Covid-19: FCA wants clarity on business interruption insurance

The Financial Conduct Authority (FCA) is to seek legal clarity on business interruption (BI) insurance in response to widespread concerns and uncertainty about the basis on which some firms are making decisions relating to the current pandemic

The action, which the FCA hopes will come before the courts shortly, is not intended to encompass all possible disputes, but should resolve some key contractual uncertainties. The cases placed before the court will be chosen as a representative sample of the most frequently used policy wordings that are giving rise to uncertainty.

The court action will not determine how much is payable under individual policies, but will provide the basis for doing so. 

The FCA is writing to a small number of firms seeking clarification about whether they are declining, or intend to decline business interruption claims. The FCA expects these firms to reply to it to clarify their position, by no later than 15 May. Based on the information obtained, the FCA will consider which firms to ask to join the court process.

Christopher Woolard, FCA interim chief executive, said: ‘We have been clear that we believe in the majority of cases, business interruption insurance was not purchased to, and is unlikely to, cover the current emergency.

‘However, there remain a number of policies where it is clear that the firm has an obligation to pay out on a policy.

‘For these policies, it is important that claims are assessed and settled quickly. There are also some other policies where firms may consider there is no doubt about wording and decline to pay a claim, but customers may still consider there is genuine uncertainty about whether their policy provides cover.’

Temporary support

In addition, the FCA is also proposing a series of measures to support both consumers and businesses who hold insurance products and who are facing other issues as a result of coronavirus.

Woolard said: ‘The current emergency has altered the value of some insurance products and we believe that insurers should be looking at whether their products still offer value.

‘Firms should also look at how they can help customers who may be experiencing financial difficulties as a result of the virus.

‘Many insurers are already taking some kind of action to assist their customers and we want to see a degree of consistency for consumers.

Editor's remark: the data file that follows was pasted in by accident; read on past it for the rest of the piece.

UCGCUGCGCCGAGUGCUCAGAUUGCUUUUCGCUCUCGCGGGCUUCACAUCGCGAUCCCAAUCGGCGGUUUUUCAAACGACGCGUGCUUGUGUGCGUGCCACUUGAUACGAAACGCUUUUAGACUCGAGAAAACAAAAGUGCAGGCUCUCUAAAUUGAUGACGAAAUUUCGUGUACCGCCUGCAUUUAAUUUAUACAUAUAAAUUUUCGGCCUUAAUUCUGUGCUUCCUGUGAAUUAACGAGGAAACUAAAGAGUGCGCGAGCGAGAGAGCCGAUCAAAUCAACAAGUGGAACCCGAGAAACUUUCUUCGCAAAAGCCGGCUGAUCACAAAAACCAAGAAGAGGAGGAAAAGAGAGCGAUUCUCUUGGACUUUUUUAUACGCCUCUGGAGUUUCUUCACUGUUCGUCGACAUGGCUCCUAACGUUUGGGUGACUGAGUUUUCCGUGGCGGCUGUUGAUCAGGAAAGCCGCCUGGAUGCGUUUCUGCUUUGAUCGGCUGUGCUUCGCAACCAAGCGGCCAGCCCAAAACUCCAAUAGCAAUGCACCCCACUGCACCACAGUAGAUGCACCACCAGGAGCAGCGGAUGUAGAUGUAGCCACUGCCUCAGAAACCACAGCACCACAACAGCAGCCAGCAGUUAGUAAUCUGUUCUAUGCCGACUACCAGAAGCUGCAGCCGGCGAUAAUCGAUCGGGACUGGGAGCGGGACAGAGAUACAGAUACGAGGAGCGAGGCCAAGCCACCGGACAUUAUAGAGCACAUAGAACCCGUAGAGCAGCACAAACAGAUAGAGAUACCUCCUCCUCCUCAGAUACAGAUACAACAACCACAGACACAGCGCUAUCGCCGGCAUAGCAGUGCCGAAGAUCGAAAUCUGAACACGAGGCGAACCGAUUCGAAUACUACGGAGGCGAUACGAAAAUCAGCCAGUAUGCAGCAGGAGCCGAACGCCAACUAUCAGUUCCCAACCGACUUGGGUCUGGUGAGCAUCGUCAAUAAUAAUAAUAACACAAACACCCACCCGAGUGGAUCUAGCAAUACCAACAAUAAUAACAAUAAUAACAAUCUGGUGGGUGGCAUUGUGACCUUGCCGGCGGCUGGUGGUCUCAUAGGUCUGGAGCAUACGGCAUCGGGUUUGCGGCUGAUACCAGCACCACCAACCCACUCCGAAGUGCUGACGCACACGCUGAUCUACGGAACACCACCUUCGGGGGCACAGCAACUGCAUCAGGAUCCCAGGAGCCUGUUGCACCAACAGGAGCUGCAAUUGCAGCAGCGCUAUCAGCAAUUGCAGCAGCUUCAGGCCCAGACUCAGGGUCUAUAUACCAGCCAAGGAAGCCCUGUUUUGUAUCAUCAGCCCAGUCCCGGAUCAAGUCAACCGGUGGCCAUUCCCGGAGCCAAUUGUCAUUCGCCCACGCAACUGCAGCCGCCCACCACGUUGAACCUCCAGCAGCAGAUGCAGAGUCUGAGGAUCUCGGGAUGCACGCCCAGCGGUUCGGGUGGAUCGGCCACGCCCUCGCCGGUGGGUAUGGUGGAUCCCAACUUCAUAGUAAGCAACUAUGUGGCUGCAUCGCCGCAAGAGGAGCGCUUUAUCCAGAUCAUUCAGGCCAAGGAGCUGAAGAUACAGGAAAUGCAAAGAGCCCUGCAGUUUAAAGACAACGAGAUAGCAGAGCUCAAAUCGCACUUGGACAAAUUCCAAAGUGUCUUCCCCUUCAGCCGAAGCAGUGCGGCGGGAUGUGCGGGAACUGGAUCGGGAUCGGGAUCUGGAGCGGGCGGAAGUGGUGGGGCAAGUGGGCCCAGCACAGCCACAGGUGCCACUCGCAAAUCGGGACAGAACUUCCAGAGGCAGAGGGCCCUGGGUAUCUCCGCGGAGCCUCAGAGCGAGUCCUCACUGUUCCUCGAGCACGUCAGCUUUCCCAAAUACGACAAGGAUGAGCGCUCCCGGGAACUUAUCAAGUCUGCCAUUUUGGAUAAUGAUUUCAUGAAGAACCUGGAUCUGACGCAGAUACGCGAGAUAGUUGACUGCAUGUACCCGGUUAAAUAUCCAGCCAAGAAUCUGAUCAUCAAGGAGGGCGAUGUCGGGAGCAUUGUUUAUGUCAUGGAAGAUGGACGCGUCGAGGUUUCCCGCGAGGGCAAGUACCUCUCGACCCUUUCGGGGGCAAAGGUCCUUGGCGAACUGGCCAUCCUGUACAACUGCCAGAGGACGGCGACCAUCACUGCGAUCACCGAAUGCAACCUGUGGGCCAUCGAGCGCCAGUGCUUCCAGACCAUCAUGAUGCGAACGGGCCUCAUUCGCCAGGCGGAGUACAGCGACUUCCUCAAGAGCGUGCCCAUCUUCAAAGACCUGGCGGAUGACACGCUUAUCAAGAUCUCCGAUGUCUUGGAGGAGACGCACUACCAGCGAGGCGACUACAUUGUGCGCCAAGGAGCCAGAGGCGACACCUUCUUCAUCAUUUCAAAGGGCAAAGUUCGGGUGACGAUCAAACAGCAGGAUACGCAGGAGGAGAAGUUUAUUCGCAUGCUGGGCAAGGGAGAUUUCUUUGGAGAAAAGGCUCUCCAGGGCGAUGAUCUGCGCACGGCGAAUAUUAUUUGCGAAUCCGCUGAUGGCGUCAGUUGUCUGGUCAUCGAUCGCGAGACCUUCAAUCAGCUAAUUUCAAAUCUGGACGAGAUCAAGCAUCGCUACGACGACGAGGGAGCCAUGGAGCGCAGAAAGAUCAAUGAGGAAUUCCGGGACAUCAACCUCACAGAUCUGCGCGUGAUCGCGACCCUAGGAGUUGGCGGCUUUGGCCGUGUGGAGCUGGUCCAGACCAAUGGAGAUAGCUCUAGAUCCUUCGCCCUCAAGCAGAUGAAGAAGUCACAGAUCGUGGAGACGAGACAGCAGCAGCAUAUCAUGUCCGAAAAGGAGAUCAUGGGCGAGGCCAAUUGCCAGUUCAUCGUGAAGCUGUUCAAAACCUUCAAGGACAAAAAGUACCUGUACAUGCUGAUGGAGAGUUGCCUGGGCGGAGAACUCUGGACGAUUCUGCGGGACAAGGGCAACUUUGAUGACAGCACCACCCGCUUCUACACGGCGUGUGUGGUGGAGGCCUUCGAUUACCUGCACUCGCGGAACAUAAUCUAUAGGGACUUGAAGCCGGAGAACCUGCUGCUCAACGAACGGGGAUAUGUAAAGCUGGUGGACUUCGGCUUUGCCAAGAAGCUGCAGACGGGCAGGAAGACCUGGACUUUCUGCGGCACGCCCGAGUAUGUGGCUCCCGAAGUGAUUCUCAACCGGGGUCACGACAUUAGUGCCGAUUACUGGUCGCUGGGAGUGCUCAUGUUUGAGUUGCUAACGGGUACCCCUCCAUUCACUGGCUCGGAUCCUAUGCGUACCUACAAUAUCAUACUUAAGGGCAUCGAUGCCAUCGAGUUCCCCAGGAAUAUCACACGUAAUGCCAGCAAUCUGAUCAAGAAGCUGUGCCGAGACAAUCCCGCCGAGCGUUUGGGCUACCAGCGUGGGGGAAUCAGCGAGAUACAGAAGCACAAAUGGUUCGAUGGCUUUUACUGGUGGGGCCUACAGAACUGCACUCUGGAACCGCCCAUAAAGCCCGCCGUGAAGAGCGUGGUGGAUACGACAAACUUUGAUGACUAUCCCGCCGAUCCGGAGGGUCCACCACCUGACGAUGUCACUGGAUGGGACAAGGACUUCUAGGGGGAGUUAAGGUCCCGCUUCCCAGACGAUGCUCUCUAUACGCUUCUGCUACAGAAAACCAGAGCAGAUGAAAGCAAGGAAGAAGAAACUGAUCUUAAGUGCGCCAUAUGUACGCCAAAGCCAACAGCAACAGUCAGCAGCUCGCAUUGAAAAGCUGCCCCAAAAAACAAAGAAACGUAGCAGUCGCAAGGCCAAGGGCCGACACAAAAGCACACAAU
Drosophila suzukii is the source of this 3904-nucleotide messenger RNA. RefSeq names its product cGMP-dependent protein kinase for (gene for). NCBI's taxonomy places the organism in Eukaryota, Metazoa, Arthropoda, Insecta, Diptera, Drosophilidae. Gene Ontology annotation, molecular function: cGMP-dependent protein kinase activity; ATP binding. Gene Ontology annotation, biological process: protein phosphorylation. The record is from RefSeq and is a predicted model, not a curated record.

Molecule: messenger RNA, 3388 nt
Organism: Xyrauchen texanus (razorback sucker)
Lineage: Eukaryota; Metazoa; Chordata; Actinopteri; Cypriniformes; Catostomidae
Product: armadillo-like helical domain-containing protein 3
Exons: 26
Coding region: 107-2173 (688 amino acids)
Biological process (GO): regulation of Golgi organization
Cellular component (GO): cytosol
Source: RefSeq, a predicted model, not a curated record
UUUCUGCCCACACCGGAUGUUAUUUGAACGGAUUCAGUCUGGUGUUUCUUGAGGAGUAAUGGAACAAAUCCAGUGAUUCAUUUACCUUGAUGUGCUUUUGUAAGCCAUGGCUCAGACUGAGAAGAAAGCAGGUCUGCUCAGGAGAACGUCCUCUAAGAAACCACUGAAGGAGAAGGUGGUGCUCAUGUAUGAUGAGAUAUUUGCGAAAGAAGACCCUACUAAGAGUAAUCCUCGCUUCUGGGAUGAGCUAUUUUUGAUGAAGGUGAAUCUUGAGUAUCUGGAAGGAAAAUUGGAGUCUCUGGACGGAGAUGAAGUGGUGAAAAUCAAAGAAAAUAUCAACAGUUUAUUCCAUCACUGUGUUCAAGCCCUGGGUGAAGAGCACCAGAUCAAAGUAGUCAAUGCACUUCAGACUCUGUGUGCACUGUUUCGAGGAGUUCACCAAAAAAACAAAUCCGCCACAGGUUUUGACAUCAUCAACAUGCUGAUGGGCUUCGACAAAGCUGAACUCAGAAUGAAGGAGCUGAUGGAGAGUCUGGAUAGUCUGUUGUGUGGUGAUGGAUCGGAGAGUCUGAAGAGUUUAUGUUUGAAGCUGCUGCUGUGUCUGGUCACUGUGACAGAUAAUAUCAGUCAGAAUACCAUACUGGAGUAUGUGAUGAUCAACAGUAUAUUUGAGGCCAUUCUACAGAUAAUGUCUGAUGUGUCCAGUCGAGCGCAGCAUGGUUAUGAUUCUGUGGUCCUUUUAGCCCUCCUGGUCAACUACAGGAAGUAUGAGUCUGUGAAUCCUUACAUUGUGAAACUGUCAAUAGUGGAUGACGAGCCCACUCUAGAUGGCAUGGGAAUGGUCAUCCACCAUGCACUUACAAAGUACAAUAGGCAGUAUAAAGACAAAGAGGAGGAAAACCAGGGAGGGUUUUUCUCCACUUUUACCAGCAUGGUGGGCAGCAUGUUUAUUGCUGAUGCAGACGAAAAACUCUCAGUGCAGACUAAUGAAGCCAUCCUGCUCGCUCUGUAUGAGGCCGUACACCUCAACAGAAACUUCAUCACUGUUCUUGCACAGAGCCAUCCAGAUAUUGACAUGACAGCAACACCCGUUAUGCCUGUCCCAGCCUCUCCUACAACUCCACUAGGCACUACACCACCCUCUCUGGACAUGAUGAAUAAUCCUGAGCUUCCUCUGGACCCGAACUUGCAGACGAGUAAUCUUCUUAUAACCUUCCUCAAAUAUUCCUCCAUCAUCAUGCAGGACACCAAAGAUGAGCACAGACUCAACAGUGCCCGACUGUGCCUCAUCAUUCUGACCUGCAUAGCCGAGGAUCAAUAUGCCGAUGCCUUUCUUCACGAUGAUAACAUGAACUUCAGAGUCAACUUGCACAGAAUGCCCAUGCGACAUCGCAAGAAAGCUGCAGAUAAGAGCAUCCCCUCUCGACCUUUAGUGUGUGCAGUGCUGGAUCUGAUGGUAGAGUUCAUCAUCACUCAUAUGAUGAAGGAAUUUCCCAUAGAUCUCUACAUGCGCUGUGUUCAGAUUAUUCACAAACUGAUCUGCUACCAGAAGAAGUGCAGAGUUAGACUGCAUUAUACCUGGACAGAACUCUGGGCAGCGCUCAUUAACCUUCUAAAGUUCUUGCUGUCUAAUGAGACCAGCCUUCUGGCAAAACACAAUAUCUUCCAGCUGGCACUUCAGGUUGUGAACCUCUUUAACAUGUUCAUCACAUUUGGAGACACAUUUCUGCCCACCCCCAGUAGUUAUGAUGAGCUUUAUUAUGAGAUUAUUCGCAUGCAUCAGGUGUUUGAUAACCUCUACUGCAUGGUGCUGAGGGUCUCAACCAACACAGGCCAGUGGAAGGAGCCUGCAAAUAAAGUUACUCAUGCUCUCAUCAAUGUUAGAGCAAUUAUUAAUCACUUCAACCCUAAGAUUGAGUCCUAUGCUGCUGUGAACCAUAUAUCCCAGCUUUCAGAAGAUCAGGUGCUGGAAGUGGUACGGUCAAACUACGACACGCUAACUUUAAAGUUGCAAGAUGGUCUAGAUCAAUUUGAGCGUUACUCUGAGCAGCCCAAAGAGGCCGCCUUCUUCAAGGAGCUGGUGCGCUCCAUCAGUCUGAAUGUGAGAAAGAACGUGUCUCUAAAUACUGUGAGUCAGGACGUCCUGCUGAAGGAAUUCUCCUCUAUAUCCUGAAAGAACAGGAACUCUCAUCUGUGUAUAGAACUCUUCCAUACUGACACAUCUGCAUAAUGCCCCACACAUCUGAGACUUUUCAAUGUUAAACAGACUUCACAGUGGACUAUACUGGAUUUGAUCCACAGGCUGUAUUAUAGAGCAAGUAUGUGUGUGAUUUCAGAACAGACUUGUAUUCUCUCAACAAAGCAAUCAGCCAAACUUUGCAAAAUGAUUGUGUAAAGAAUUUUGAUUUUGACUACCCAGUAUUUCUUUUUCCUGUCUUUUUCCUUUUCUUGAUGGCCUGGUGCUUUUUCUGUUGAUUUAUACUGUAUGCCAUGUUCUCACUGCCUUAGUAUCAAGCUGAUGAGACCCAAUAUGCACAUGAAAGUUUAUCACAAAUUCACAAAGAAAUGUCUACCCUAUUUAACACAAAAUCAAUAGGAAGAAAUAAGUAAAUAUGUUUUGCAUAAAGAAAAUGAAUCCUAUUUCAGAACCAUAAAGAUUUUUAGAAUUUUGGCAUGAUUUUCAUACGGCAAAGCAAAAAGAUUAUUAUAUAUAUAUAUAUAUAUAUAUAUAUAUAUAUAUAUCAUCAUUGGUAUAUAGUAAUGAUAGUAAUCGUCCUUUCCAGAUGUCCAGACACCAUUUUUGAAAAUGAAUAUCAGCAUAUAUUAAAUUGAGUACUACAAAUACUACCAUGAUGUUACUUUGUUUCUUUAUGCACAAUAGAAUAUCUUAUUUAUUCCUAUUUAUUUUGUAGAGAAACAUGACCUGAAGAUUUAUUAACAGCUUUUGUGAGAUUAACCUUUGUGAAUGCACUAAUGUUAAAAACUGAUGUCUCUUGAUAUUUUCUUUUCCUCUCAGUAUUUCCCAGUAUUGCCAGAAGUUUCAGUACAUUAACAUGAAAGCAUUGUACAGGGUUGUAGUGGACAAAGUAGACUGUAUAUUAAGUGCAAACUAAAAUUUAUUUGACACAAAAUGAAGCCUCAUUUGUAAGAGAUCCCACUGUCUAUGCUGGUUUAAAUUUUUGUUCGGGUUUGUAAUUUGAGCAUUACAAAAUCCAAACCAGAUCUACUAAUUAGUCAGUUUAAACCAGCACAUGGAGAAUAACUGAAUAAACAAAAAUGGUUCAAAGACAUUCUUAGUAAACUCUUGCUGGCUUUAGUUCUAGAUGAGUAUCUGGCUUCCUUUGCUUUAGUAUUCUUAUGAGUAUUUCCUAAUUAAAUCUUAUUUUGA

‘Today’s proposed guidance and statement aims to make our expectations clear to all firms in the insurance market and provide future certainty.’

The additional guidance proposals are designed to provide consumers with temporary support in the light of the exceptional circumstances arising from coronavirus and follow steps the FCA has taken in other markets such as credit cards, overdrafts and personal loans.

Coronavirus may be having a temporary impact on the extent to which consumers can use and access benefits from their insurance products. For example, boiler cover insurers may not be able to offer an annual service that is part of many policies.

Similarly, liability insurance may temporarily not be relevant for some businesses such as hairdressers, bars and restaurants that are closed as a result of government interventions linked to Covid-19.

In response, the FCA expects insurers to consider appropriate action. This might include changing how benefits are delivered, refunding some premiums or suspending monthly payments for a certain period of time. 

The FCA proposes to give insurers up to six months to assess this so that it can take into account effects of coronavirus in a more rounded manner.

Coronavirus may also be making it harder for people to afford their insurance and premium finance payments. The FCA is setting expectations for firms to take steps to help customers alleviate temporary financial distress and maintain insurance cover that meets their demands and needs. 

This might include giving customers premium payment holidays, waiving administration and cancelation fees, relaxing charges or interest incurred for missed payment, extending cooling off periods and partly refunding premium payments where the whole amount has been paid up front.

The FCA is seeking comments on its proposal to help customers in temporary financial distress by 5 May and on those to assess the value of insurance products by 15 May. If confirmed, the measures to help customers in temporary financial distress will apply shortly after 5 May and those for value assessments shortly after 15 May.

Once implemented the FCA will review this guidance in three months in the light of developments regarding coronavirus and may revise the guidance if appropriate.

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Coronavirus and customers in temporary financial difficulty: draft guidance for insurance and premium finance firms

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